Steve Smith On Nov 5 2012 - 1:00am

CEA Panel Talks Future Of 4K, 8K, OLED Displays

 

SAN FRANCISCO — “The Future Of Display Tech- nologies” will be centered around 4K, 8K and OLED, according to panelists at the Consumer Electronics Association’s (CEA) Fall Forum panel held here in Oc- tober.

Gary Yacoubian, president/CEO and managing partner of Specialty Technologies/SV Sound, mod- erated a panel with John Taylor, VP government and public relations for LG Electronics; Chris Chinnock, president of Inside Media; Alfred Poor, writer for HDTV Almanac; and Michael Hack, senior VP/general man- ager of OLED for Universal Light.

The panel was held a couple of days before the CEA’s board of industry leaders approved its 4K work- ing group’s term “Ultra High-Definition” for 4K resolu- tion.

Taylor began by reflecting, saying that when one looks at 4K or 8K displays “one would never believe we went from CRT to flat panels, from analog to digital in such a short time.”

He added, “I personally believe 4K is the next big thing, as big a move as from standard analog to digital HDTV, but we have to help consumers and retailers understand what the next big thing really is. Consum- ers need to see the benefits.”

Hack noted that OLED has been around since the late 1980s, but got a big push in 2009 with cellphones since “Samsung did not have an LCD business, [so] it championed OLED in phones, in its Galaxy series.”

He said that Samsung and LG are now in a battle to come up with large screen OLED TVs, but are both using different approaches. “By 2013 we’ll have OLED in the market, but prices will be high, and volumes will be low.” He did not predict when OLED will open up into the broader mass market.

Poor noted that large-screen OLED TVs will be “sexy as hell. They will be as thick as the thickness of two credit cards.”

Taylor added, “The color is something you’ve never seen before and the thickness will be sexy.”

Poor noted that OLEDs use “fewer raw materi- als than [LCD panels], and you can be packed and shipped more inexpensively than LCD. Pricing can be worked out eventually.”

Taylor was bullish on OLED, saying, “Unit sales could be 50K the first year, 500K the second and maybe 13 million the fourth year. It is possible.”

The issue then turned to 4K and 8K formats and whether OLED could be put to the task to make those formats come to the mar- ket quicker.

Hack said OLED reacts quicker than LCD for 4K and 8K with “little image blur … it would be a natural. You could make it with plastic [vs. glass] and it would be a better display than LCD.”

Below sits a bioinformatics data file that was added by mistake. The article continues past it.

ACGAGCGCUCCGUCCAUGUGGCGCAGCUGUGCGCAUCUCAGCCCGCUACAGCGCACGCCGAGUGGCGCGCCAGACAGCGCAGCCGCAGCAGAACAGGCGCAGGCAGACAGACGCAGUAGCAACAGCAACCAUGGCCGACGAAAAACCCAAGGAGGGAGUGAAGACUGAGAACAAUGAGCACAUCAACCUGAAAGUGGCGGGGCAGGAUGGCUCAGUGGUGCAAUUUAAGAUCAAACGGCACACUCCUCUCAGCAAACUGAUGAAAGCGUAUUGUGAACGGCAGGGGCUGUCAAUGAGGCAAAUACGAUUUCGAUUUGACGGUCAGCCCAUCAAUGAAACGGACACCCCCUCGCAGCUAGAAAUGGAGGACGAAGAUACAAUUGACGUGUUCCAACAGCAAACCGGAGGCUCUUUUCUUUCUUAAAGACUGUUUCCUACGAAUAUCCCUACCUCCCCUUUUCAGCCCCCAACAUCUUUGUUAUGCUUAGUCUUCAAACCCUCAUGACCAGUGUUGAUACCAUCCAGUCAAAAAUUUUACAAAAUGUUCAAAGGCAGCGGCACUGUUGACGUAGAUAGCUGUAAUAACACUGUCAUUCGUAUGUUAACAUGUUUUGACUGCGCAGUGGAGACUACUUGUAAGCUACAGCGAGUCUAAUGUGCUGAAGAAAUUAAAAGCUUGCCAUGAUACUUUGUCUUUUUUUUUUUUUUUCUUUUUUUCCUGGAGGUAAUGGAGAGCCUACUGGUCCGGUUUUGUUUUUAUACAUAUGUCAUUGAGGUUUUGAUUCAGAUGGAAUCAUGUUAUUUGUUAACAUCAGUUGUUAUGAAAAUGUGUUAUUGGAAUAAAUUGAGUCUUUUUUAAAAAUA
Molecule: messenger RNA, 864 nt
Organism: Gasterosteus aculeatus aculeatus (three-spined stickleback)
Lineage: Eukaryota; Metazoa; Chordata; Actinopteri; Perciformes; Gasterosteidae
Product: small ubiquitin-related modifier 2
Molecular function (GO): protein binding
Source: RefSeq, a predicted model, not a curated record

Poor noted that OLED will “lower en- ergy consumption” compared with LCD. “OLED as a green story will be more im- portant going forward.”

Taylor predicted that 4K is “a game changer … a dramatic improvement. When you see it, 4K becomes an as- pirational purchase. It will drive people into stores … and they will see other technologies there, which help retail- ers.” However, he noted, “content is not there yet, so in the short term 4K [will be] an up-converted medium, a niche product ... that still provides wonderful pictures.”

Chinnock agreed, saying that 4K content “is being mastered now, but we don’t have the HDMI connections, Blu-ray or broadcast content yet. But up-converted, it still looks absolutely in- credible.”

Taylor inserted some marketplace reality into the conversation, saying, “4K will be a niche product early on for $15K, $20K a set. But as prices come down and screens get larger, the aver- age household will have 4K. And in the next four to five years there will be Blu- ray and broadcast content from satellite and cable providers.”

He added that while online retailing will continue to be vital in TV sales, “re- tail demonstrations are needed, they need to see the technology with their own two eyes. Four of five consumers do research before they buy any CE product. Retailers must have a highly trained staff to sell such high-end dis- plays, to explain the benefits. You can’t just put it in a grocery cart and go home. It must be installed with an upscale au- dio system. Online is important, but brick-and-mortar is most important.”

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